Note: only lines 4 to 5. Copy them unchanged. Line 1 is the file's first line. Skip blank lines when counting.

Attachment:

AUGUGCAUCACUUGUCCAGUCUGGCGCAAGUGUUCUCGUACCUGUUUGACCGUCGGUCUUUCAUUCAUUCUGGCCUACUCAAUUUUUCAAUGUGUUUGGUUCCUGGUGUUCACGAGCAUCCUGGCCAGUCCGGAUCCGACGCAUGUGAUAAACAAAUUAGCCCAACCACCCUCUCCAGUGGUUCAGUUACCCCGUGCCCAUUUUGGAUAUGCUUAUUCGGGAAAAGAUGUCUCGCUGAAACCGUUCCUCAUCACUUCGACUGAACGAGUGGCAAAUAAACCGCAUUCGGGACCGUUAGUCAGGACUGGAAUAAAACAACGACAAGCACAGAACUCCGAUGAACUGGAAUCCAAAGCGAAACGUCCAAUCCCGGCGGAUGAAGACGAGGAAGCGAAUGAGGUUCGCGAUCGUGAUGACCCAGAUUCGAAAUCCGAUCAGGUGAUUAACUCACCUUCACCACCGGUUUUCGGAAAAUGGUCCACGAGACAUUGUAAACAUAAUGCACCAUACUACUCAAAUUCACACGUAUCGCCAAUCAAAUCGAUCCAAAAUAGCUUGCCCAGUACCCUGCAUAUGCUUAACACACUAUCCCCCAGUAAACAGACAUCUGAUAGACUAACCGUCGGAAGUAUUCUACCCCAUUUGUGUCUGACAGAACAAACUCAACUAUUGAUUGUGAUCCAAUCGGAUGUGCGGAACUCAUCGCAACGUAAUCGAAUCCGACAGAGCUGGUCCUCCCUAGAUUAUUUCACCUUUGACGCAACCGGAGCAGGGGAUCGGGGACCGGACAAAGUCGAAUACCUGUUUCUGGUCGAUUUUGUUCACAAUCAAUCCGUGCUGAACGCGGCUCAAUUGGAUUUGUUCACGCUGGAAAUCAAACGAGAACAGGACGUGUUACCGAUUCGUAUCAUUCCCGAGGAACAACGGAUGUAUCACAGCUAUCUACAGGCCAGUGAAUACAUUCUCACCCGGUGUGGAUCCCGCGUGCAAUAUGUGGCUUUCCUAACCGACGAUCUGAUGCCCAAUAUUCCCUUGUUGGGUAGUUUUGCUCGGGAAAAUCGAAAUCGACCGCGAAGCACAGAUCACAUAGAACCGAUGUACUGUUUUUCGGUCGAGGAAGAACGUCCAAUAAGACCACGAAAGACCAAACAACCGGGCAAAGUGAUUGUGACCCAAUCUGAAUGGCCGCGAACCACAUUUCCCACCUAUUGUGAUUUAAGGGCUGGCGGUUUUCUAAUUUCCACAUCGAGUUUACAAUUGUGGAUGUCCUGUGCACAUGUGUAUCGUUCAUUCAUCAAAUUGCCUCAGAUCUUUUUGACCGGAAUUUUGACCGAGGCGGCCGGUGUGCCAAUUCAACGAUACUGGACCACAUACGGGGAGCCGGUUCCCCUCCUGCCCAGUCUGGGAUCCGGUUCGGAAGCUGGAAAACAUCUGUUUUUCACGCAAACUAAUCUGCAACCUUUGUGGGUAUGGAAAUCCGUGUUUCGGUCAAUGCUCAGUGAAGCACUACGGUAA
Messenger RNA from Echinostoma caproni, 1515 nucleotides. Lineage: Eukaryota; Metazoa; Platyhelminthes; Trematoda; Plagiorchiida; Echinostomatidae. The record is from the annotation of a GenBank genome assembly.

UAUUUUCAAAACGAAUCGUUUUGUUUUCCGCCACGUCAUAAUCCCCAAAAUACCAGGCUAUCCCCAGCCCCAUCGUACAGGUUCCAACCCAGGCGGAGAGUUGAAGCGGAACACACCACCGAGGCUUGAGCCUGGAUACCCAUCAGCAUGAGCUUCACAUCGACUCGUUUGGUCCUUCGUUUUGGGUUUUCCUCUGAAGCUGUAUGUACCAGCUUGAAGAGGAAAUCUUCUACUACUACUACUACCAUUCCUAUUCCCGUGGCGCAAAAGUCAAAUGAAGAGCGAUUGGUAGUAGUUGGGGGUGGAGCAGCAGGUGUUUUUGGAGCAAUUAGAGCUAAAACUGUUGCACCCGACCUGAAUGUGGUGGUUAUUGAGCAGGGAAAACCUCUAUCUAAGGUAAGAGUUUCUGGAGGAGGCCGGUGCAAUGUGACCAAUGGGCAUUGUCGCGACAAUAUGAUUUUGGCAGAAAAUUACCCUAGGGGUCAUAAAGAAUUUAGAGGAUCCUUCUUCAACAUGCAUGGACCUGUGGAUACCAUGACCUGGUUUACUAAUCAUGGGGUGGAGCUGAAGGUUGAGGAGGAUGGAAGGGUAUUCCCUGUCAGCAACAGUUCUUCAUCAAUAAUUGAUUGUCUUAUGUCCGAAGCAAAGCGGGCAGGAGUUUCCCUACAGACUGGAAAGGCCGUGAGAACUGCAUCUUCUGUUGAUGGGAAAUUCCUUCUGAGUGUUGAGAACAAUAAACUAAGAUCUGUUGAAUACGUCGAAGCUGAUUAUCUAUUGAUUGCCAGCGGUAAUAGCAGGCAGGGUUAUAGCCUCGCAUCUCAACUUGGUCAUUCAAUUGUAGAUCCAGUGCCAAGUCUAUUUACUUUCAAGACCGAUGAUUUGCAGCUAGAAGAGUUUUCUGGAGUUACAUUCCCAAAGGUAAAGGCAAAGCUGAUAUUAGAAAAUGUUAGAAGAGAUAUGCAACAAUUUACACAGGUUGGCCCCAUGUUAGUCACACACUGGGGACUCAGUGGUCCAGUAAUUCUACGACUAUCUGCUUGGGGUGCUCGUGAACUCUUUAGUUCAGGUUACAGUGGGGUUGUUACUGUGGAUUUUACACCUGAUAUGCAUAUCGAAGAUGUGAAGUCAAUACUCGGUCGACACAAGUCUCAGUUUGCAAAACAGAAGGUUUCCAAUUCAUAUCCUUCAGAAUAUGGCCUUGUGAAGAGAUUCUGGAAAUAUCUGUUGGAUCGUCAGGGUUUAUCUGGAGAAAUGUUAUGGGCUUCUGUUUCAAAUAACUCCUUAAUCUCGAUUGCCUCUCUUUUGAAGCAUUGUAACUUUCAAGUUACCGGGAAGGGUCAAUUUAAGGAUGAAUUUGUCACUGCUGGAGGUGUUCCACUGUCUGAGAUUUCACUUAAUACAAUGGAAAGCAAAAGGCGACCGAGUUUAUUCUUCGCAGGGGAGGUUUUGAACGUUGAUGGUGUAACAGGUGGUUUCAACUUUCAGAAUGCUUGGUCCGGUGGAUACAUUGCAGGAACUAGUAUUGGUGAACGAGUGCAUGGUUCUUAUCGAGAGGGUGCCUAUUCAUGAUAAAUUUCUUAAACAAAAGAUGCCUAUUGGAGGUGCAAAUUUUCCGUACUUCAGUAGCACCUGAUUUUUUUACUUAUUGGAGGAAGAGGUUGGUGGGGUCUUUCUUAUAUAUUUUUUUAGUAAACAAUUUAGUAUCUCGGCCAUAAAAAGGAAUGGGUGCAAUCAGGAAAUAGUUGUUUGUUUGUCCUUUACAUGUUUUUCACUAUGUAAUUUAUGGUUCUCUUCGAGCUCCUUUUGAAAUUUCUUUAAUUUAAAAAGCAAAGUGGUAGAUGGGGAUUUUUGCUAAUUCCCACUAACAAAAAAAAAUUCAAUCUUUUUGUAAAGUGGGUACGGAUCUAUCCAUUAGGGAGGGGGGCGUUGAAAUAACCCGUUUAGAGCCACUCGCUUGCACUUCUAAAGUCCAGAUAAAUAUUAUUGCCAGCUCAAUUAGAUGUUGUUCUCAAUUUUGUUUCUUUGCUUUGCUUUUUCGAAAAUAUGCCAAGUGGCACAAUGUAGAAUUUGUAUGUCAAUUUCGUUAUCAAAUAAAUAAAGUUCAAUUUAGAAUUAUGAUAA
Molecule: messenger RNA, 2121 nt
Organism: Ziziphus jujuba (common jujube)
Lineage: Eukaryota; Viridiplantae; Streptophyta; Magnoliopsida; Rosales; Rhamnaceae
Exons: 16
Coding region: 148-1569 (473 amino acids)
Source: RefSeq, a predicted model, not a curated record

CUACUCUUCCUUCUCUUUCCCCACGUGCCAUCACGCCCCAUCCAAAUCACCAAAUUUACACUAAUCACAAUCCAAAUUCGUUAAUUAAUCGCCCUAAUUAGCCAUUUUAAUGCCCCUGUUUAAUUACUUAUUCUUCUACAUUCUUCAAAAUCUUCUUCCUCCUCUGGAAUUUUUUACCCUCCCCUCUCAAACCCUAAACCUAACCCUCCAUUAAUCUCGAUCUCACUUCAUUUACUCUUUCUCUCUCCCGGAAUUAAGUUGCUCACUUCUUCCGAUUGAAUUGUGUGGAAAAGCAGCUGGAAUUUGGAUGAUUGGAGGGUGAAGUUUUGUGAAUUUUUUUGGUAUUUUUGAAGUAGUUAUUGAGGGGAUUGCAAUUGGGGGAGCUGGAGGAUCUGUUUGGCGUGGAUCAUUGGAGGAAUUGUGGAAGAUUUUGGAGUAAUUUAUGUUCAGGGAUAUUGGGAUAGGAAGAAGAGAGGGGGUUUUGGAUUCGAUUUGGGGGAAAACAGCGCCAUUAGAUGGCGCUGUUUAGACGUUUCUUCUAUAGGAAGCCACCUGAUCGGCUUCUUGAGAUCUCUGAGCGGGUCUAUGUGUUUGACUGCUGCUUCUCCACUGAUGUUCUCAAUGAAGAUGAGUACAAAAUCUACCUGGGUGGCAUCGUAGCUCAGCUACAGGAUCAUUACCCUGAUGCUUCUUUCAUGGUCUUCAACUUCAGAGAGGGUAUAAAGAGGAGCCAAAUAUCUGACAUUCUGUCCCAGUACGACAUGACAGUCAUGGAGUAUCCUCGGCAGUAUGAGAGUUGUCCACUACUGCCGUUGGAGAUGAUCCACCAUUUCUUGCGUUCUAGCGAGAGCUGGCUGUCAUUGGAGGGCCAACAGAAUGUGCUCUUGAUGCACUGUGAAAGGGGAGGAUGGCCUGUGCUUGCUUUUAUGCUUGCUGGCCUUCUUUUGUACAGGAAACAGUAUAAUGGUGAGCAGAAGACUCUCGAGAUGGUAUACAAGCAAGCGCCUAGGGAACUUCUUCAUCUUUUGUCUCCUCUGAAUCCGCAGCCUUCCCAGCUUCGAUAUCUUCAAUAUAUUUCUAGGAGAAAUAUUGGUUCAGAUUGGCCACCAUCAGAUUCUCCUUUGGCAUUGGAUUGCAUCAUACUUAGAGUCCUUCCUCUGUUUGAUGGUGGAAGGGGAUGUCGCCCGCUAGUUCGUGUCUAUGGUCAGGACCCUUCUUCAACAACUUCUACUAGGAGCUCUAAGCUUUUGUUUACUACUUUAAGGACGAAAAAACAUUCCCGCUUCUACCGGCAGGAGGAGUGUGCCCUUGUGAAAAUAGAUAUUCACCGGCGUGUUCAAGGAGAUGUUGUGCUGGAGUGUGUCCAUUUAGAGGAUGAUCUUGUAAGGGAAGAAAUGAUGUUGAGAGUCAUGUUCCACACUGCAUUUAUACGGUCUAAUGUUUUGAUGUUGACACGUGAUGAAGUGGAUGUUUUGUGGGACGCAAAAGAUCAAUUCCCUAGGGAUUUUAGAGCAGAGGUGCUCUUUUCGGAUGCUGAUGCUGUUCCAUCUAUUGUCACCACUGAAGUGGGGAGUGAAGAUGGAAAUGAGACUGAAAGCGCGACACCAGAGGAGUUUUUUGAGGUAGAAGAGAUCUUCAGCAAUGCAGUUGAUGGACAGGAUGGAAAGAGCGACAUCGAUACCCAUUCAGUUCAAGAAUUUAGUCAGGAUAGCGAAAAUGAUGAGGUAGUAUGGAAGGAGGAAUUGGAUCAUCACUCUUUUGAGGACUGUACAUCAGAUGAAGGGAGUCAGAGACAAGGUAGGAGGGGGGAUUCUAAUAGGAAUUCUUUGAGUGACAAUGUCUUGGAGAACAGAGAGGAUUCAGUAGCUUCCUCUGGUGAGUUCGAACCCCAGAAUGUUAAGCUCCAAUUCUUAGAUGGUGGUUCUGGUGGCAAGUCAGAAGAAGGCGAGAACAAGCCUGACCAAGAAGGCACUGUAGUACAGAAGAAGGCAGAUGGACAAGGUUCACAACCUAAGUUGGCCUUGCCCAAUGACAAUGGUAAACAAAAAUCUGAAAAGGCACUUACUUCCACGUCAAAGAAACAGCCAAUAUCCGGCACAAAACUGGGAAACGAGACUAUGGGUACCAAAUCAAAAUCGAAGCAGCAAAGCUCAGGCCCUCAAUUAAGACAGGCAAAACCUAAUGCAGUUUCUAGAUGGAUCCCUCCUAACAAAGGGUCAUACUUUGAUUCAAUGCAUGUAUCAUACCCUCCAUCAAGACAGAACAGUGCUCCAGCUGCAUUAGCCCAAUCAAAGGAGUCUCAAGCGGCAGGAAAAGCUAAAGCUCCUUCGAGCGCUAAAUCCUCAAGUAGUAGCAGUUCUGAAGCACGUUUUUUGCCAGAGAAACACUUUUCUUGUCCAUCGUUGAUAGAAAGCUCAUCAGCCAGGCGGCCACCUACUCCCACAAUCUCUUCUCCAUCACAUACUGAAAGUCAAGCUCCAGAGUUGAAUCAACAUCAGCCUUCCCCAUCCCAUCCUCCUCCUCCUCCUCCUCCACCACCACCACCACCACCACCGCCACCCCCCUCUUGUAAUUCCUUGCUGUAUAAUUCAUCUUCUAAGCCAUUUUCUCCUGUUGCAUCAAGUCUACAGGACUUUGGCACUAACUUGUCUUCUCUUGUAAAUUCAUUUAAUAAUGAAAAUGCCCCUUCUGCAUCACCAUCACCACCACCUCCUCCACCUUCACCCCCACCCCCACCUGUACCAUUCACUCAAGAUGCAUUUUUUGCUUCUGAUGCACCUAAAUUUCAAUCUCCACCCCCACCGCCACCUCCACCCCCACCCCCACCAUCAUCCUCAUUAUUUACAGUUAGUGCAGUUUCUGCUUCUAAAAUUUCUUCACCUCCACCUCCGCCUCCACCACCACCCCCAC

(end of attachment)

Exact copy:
Molecule: messenger RNA, 2121 nt
Organism: Ziziphus jujuba (common jujube)